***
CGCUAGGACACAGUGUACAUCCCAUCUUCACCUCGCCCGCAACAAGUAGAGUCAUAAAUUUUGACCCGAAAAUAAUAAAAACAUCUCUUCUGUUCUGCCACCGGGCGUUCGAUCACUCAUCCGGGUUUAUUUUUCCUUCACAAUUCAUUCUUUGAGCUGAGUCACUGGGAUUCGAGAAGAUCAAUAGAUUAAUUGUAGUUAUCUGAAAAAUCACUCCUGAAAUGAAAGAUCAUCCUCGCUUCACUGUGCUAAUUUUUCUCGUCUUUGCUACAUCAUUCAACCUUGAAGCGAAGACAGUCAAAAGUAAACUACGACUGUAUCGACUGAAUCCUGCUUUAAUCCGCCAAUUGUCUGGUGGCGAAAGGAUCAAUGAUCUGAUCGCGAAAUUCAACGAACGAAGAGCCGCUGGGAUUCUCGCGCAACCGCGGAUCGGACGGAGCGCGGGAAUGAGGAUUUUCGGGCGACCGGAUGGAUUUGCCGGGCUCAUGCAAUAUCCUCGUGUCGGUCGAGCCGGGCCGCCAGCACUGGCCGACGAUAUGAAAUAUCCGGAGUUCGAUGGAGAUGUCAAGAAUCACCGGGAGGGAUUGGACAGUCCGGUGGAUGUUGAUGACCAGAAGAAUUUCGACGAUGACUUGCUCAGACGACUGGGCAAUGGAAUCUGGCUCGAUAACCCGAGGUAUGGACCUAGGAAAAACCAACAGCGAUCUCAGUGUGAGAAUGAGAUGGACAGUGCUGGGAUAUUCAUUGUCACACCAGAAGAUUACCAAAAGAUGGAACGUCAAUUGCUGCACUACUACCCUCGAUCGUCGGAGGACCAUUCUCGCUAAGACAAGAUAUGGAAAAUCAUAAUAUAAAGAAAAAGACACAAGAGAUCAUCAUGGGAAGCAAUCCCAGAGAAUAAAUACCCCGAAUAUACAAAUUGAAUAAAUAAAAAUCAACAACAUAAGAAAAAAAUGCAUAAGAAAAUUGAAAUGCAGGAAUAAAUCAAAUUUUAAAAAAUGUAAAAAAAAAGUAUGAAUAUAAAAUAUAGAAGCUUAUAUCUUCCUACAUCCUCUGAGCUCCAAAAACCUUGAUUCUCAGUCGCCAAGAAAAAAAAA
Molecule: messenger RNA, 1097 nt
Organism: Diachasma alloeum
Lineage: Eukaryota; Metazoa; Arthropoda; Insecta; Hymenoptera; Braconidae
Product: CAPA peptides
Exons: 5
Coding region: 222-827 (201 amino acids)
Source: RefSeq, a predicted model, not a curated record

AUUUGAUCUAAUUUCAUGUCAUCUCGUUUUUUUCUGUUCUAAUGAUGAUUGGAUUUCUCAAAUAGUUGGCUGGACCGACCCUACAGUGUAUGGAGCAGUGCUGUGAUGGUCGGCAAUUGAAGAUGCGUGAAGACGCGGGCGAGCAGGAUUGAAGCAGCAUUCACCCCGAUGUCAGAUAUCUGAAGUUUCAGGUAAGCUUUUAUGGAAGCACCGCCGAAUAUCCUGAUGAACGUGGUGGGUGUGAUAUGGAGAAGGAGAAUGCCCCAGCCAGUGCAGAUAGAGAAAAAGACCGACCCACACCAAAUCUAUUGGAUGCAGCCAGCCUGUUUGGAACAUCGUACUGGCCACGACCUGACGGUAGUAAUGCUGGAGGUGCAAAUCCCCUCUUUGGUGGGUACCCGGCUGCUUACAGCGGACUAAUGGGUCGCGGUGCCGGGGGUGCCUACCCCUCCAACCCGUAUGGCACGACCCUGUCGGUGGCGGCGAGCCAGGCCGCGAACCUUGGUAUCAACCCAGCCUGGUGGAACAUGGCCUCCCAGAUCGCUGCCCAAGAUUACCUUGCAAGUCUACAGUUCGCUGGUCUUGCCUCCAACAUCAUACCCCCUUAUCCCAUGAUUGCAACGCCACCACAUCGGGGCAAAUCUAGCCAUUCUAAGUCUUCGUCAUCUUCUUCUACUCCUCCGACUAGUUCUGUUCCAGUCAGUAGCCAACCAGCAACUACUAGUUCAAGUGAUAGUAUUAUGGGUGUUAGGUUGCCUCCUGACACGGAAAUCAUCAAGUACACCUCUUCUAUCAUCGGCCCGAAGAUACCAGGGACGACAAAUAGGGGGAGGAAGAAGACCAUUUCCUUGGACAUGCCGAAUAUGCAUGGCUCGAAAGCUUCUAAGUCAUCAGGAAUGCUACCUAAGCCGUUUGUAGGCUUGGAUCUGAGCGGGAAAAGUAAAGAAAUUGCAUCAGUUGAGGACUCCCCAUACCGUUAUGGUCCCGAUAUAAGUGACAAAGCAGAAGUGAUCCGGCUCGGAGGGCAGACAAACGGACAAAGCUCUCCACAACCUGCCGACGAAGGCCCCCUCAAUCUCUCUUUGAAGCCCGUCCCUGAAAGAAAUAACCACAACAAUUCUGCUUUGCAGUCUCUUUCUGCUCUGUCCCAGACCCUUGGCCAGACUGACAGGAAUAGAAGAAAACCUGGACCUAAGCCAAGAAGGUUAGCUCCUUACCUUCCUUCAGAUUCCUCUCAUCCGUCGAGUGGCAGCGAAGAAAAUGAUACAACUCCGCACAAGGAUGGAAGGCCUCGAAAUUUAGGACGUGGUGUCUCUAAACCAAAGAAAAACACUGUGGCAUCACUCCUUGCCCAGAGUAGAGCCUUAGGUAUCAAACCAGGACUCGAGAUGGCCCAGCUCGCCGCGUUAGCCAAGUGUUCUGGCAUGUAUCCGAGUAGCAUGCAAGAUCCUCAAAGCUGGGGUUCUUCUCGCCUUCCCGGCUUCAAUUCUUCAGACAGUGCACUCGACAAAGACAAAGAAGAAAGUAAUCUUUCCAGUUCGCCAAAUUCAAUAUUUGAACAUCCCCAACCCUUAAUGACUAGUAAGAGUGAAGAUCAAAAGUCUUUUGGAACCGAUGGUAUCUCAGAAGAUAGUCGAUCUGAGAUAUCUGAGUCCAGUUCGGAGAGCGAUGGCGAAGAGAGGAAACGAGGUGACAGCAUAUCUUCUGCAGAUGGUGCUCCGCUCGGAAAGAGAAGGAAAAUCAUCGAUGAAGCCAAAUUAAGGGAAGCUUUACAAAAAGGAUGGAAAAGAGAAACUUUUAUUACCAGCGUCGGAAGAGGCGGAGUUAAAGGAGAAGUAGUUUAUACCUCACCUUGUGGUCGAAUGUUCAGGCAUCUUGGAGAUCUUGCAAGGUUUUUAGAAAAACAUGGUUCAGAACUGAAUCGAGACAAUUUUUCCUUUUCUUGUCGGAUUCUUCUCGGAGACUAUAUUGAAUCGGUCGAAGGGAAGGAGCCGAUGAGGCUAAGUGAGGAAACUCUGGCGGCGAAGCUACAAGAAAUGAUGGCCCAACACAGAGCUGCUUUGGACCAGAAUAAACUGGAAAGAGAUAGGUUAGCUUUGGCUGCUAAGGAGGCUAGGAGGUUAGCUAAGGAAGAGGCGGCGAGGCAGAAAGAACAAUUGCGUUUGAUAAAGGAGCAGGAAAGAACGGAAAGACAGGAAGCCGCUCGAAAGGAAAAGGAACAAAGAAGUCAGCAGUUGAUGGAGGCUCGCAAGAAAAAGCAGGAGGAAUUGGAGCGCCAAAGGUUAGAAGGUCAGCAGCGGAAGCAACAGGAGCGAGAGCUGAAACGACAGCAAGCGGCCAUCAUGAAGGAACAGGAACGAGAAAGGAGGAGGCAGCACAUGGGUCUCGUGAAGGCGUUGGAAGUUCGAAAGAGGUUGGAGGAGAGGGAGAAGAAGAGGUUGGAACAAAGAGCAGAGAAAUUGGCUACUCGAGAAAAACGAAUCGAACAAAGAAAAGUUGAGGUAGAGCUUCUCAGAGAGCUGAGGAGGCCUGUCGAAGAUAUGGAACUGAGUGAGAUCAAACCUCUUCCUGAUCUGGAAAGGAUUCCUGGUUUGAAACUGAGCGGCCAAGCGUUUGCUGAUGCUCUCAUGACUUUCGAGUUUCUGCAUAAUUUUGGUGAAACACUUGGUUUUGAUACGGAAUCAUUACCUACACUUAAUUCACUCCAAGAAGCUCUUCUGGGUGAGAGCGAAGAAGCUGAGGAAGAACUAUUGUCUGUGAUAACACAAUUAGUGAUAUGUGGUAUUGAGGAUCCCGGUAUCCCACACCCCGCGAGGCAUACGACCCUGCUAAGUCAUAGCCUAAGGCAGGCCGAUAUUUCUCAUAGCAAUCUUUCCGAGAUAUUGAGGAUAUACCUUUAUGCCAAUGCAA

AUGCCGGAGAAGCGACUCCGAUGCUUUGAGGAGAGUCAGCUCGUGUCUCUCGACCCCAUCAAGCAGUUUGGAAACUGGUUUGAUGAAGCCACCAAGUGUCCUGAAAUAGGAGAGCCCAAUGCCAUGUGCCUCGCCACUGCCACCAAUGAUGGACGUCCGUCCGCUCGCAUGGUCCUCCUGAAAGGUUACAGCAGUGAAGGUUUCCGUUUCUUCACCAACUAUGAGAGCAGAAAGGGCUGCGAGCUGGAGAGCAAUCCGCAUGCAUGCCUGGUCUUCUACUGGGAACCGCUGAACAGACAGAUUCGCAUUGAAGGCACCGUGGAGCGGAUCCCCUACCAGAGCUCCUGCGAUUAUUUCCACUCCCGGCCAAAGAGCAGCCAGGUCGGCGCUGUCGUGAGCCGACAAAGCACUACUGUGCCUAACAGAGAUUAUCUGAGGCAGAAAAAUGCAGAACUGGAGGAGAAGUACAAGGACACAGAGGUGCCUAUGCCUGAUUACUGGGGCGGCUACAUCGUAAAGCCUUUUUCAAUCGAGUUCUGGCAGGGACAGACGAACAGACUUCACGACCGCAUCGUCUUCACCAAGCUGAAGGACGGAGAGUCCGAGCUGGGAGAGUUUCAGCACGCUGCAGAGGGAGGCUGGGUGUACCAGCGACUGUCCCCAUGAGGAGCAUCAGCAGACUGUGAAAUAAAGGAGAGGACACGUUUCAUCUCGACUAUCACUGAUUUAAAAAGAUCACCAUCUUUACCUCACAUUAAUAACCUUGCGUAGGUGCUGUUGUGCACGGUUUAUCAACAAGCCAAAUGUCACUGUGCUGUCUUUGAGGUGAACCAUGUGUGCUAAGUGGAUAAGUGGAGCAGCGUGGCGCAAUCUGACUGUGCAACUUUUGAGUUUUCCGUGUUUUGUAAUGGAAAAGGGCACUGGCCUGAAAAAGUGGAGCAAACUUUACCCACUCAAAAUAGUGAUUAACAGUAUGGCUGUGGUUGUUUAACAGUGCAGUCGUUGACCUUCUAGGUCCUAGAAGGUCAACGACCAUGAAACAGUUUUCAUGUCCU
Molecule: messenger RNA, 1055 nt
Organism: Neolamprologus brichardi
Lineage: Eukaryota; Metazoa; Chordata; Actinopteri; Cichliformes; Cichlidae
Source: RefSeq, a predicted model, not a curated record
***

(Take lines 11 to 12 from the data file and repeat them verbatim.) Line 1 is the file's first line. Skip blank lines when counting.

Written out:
Molecule: messenger RNA, 1055 nt
Organism: Neolamprologus brichardi